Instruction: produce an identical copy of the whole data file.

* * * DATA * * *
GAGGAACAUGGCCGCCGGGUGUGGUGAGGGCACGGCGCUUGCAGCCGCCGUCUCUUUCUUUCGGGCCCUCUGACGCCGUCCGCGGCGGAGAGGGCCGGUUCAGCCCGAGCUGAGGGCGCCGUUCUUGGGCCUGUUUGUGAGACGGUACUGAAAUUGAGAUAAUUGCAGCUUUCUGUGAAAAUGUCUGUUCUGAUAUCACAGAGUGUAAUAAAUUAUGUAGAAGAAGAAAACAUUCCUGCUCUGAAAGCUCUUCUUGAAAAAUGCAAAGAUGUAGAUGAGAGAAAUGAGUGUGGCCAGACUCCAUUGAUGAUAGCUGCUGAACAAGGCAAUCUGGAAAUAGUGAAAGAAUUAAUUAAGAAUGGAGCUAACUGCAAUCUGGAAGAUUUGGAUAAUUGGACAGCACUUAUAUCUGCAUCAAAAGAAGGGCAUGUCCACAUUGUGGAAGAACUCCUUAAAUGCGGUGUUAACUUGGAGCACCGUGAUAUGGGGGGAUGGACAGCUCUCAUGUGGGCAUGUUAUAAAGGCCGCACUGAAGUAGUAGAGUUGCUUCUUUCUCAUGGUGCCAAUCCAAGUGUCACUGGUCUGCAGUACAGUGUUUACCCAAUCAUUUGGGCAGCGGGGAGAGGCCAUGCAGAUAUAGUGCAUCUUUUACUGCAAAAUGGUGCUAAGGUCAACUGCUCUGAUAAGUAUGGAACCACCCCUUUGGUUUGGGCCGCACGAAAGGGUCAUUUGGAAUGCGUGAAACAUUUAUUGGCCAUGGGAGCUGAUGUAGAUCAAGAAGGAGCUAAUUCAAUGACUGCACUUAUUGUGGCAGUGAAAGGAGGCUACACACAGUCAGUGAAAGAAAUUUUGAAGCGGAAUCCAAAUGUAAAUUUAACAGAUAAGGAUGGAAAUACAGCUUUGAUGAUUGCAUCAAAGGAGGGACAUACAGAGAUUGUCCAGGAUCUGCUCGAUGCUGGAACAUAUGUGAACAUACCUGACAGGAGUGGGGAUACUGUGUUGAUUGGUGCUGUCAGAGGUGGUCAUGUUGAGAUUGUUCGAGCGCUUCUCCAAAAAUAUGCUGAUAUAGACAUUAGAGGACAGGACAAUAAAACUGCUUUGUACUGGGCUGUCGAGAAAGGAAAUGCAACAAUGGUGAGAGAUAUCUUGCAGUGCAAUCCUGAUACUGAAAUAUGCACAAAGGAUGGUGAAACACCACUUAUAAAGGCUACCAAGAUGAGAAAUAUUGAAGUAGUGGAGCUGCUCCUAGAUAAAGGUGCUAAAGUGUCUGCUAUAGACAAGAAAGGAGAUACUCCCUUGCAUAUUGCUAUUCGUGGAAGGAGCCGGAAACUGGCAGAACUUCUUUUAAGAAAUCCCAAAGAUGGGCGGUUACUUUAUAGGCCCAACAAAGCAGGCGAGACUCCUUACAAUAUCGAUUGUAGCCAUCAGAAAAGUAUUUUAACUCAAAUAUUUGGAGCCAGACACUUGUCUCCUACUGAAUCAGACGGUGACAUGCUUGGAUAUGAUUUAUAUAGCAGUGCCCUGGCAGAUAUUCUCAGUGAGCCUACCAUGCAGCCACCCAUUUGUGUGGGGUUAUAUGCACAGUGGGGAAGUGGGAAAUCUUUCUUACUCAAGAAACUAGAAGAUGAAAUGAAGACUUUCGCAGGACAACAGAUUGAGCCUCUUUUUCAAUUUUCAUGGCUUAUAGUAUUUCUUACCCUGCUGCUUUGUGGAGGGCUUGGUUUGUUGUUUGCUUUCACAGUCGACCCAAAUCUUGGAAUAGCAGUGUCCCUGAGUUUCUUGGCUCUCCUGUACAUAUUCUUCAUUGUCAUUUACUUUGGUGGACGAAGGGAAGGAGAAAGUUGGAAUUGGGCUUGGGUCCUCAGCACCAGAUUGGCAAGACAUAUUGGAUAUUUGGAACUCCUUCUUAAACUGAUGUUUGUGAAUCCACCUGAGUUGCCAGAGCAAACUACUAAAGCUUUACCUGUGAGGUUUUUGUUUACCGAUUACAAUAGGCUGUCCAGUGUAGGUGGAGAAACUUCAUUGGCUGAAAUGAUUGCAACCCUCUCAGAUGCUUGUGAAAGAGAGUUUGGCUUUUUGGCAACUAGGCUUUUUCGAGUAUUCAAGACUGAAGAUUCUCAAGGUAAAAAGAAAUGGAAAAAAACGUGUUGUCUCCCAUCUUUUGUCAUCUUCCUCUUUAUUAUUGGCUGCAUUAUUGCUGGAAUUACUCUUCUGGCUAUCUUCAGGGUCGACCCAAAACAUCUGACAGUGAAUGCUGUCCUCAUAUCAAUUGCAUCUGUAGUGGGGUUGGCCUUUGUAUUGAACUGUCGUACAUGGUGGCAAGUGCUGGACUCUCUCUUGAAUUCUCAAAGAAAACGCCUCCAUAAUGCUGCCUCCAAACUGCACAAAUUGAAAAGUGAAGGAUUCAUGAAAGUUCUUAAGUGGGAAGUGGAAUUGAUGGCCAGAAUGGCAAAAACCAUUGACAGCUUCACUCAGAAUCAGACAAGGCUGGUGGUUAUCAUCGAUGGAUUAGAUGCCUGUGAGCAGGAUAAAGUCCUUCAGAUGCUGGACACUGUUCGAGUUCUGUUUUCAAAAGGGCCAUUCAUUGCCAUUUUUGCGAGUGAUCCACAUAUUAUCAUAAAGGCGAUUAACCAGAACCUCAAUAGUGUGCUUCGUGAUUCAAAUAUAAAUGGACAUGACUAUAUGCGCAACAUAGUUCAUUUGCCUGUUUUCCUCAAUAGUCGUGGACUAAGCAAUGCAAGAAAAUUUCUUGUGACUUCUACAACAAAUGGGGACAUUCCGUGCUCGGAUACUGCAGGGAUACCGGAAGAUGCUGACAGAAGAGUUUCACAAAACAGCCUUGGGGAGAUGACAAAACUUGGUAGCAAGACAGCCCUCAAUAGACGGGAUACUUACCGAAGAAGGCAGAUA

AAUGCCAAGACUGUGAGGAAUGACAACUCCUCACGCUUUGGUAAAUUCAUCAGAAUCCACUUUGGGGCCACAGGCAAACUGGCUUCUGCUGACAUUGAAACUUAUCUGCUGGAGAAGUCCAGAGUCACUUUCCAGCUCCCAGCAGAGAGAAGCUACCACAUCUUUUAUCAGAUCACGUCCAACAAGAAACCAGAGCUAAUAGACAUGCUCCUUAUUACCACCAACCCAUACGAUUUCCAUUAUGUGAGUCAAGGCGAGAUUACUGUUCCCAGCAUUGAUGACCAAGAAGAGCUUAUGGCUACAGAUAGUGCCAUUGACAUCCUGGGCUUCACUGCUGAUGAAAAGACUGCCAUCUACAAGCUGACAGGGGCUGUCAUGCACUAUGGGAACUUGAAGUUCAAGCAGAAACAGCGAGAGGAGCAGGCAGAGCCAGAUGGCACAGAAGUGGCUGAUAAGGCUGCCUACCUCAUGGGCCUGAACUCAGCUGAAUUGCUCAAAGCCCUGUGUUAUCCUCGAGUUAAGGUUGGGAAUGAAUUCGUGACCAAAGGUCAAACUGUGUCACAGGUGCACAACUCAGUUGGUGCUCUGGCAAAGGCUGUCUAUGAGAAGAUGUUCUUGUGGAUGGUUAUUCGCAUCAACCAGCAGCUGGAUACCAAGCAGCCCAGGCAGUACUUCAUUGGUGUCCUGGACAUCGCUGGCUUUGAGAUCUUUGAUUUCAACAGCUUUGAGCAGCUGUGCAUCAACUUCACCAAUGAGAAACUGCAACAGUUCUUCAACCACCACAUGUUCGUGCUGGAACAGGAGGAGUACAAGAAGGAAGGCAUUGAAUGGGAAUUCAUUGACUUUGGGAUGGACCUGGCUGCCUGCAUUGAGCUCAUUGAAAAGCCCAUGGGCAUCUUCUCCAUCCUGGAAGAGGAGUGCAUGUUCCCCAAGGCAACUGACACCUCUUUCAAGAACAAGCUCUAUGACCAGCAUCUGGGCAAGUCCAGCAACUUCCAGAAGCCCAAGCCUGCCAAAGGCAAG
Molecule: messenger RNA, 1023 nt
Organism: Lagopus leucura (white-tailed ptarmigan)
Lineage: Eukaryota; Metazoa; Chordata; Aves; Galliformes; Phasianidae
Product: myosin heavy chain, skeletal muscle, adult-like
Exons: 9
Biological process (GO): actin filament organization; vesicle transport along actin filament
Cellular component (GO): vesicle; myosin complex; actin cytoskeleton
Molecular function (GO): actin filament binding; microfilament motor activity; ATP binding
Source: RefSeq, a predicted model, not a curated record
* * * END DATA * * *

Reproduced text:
GAGGAACAUGGCCGCCGGGUGUGGUGAGGGCACGGCGCUUGCAGCCGCCGUCUCUUUCUUUCGGGCCCUCUGACGCCGUCCGCGGCGGAGAGGGCCGGUUCAGCCCGAGCUGAGGGCGCCGUUCUUGGGCCUGUUUGUGAGACGGUACUGAAAUUGAGAUAAUUGCAGCUUUCUGUGAAAAUGUCUGUUCUGAUAUCACAGAGUGUAAUAAAUUAUGUAGAAGAAGAAAACAUUCCUGCUCUGAAAGCUCUUCUUGAAAAAUGCAAAGAUGUAGAUGAGAGAAAUGAGUGUGGCCAGACUCCAUUGAUGAUAGCUGCUGAACAAGGCAAUCUGGAAAUAGUGAAAGAAUUAAUUAAGAAUGGAGCUAACUGCAAUCUGGAAGAUUUGGAUAAUUGGACAGCACUUAUAUCUGCAUCAAAAGAAGGGCAUGUCCACAUUGUGGAAGAACUCCUUAAAUGCGGUGUUAACUUGGAGCACCGUGAUAUGGGGGGAUGGACAGCUCUCAUGUGGGCAUGUUAUAAAGGCCGCACUGAAGUAGUAGAGUUGCUUCUUUCUCAUGGUGCCAAUCCAAGUGUCACUGGUCUGCAGUACAGUGUUUACCCAAUCAUUUGGGCAGCGGGGAGAGGCCAUGCAGAUAUAGUGCAUCUUUUACUGCAAAAUGGUGCUAAGGUCAACUGCUCUGAUAAGUAUGGAACCACCCCUUUGGUUUGGGCCGCACGAAAGGGUCAUUUGGAAUGCGUGAAACAUUUAUUGGCCAUGGGAGCUGAUGUAGAUCAAGAAGGAGCUAAUUCAAUGACUGCACUUAUUGUGGCAGUGAAAGGAGGCUACACACAGUCAGUGAAAGAAAUUUUGAAGCGGAAUCCAAAUGUAAAUUUAACAGAUAAGGAUGGAAAUACAGCUUUGAUGAUUGCAUCAAAGGAGGGACAUACAGAGAUUGUCCAGGAUCUGCUCGAUGCUGGAACAUAUGUGAACAUACCUGACAGGAGUGGGGAUACUGUGUUGAUUGGUGCUGUCAGAGGUGGUCAUGUUGAGAUUGUUCGAGCGCUUCUCCAAAAAUAUGCUGAUAUAGACAUUAGAGGACAGGACAAUAAAACUGCUUUGUACUGGGCUGUCGAGAAAGGAAAUGCAACAAUGGUGAGAGAUAUCUUGCAGUGCAAUCCUGAUACUGAAAUAUGCACAAAGGAUGGUGAAACACCACUUAUAAAGGCUACCAAGAUGAGAAAUAUUGAAGUAGUGGAGCUGCUCCUAGAUAAAGGUGCUAAAGUGUCUGCUAUAGACAAGAAAGGAGAUACUCCCUUGCAUAUUGCUAUUCGUGGAAGGAGCCGGAAACUGGCAGAACUUCUUUUAAGAAAUCCCAAAGAUGGGCGGUUACUUUAUAGGCCCAACAAAGCAGGCGAGACUCCUUACAAUAUCGAUUGUAGCCAUCAGAAAAGUAUUUUAACUCAAAUAUUUGGAGCCAGACACUUGUCUCCUACUGAAUCAGACGGUGACAUGCUUGGAUAUGAUUUAUAUAGCAGUGCCCUGGCAGAUAUUCUCAGUGAGCCUACCAUGCAGCCACCCAUUUGUGUGGGGUUAUAUGCACAGUGGGGAAGUGGGAAAUCUUUCUUACUCAAGAAACUAGAAGAUGAAAUGAAGACUUUCGCAGGACAACAGAUUGAGCCUCUUUUUCAAUUUUCAUGGCUUAUAGUAUUUCUUACCCUGCUGCUUUGUGGAGGGCUUGGUUUGUUGUUUGCUUUCACAGUCGACCCAAAUCUUGGAAUAGCAGUGUCCCUGAGUUUCUUGGCUCUCCUGUACAUAUUCUUCAUUGUCAUUUACUUUGGUGGACGAAGGGAAGGAGAAAGUUGGAAUUGGGCUUGGGUCCUCAGCACCAGAUUGGCAAGACAUAUUGGAUAUUUGGAACUCCUUCUUAAACUGAUGUUUGUGAAUCCACCUGAGUUGCCAGAGCAAACUACUAAAGCUUUACCUGUGAGGUUUUUGUUUACCGAUUACAAUAGGCUGUCCAGUGUAGGUGGAGAAACUUCAUUGGCUGAAAUGAUUGCAACCCUCUCAGAUGCUUGUGAAAGAGAGUUUGGCUUUUUGGCAACUAGGCUUUUUCGAGUAUUCAAGACUGAAGAUUCUCAAGGUAAAAAGAAAUGGAAAAAAACGUGUUGUCUCCCAUCUUUUGUCAUCUUCCUCUUUAUUAUUGGCUGCAUUAUUGCUGGAAUUACUCUUCUGGCUAUCUUCAGGGUCGACCCAAAACAUCUGACAGUGAAUGCUGUCCUCAUAUCAAUUGCAUCUGUAGUGGGGUUGGCCUUUGUAUUGAACUGUCGUACAUGGUGGCAAGUGCUGGACUCUCUCUUGAAUUCUCAAAGAAAACGCCUCCAUAAUGCUGCCUCCAAACUGCACAAAUUGAAAAGUGAAGGAUUCAUGAAAGUUCUUAAGUGGGAAGUGGAAUUGAUGGCCAGAAUGGCAAAAACCAUUGACAGCUUCACUCAGAAUCAGACAAGGCUGGUGGUUAUCAUCGAUGGAUUAGAUGCCUGUGAGCAGGAUAAAGUCCUUCAGAUGCUGGACACUGUUCGAGUUCUGUUUUCAAAAGGGCCAUUCAUUGCCAUUUUUGCGAGUGAUCCACAUAUUAUCAUAAAGGCGAUUAACCAGAACCUCAAUAGUGUGCUUCGUGAUUCAAAUAUAAAUGGACAUGACUAUAUGCGCAACAUAGUUCAUUUGCCUGUUUUCCUCAAUAGUCGUGGACUAAGCAAUGCAAGAAAAUUUCUUGUGACUUCUACAACAAAUGGGGACAUUCCGUGCUCGGAUACUGCAGGGAUACCGGAAGAUGCUGACAGAAGAGUUUCACAAAACAGCCUUGGGGAGAUGACAAAACUUGGUAGCAAGACAGCCCUCAAUAGACGGGAUACUUACCGAAGAAGGCAGAUA

AAUGCCAAGACUGUGAGGAAUGACAACUCCUCACGCUUUGGUAAAUUCAUCAGAAUCCACUUUGGGGCCACAGGCAAACUGGCUUCUGCUGACAUUGAAACUUAUCUGCUGGAGAAGUCCAGAGUCACUUUCCAGCUCCCAGCAGAGAGAAGCUACCACAUCUUUUAUCAGAUCACGUCCAACAAGAAACCAGAGCUAAUAGACAUGCUCCUUAUUACCACCAACCCAUACGAUUUCCAUUAUGUGAGUCAAGGCGAGAUUACUGUUCCCAGCAUUGAUGACCAAGAAGAGCUUAUGGCUACAGAUAGUGCCAUUGACAUCCUGGGCUUCACUGCUGAUGAAAAGACUGCCAUCUACAAGCUGACAGGGGCUGUCAUGCACUAUGGGAACUUGAAGUUCAAGCAGAAACAGCGAGAGGAGCAGGCAGAGCCAGAUGGCACAGAAGUGGCUGAUAAGGCUGCCUACCUCAUGGGCCUGAACUCAGCUGAAUUGCUCAAAGCCCUGUGUUAUCCUCGAGUUAAGGUUGGGAAUGAAUUCGUGACCAAAGGUCAAACUGUGUCACAGGUGCACAACUCAGUUGGUGCUCUGGCAAAGGCUGUCUAUGAGAAGAUGUUCUUGUGGAUGGUUAUUCGCAUCAACCAGCAGCUGGAUACCAAGCAGCCCAGGCAGUACUUCAUUGGUGUCCUGGACAUCGCUGGCUUUGAGAUCUUUGAUUUCAACAGCUUUGAGCAGCUGUGCAUCAACUUCACCAAUGAGAAACUGCAACAGUUCUUCAACCACCACAUGUUCGUGCUGGAACAGGAGGAGUACAAGAAGGAAGGCAUUGAAUGGGAAUUCAUUGACUUUGGGAUGGACCUGGCUGCCUGCAUUGAGCUCAUUGAAAAGCCCAUGGGCAUCUUCUCCAUCCUGGAAGAGGAGUGCAUGUUCCCCAAGGCAACUGACACCUCUUUCAAGAACAAGCUCUAUGACCAGCAUCUGGGCAAGUCCAGCAACUUCCAGAAGCCCAAGCCUGCCAAAGGCAAG
Molecule: messenger RNA, 1023 nt
Organism: Lagopus leucura (white-tailed ptarmigan)
Lineage: Eukaryota; Metazoa; Chordata; Aves; Galliformes; Phasianidae
Product: myosin heavy chain, skeletal muscle, adult-like
Exons: 9
Biological process (GO): actin filament organization; vesicle transport along actin filament
Cellular component (GO): vesicle; myosin complex; actin cytoskeleton
Molecular function (GO): actin filament binding; microfilament motor activity; ATP binding
Source: RefSeq, a predicted model, not a curated record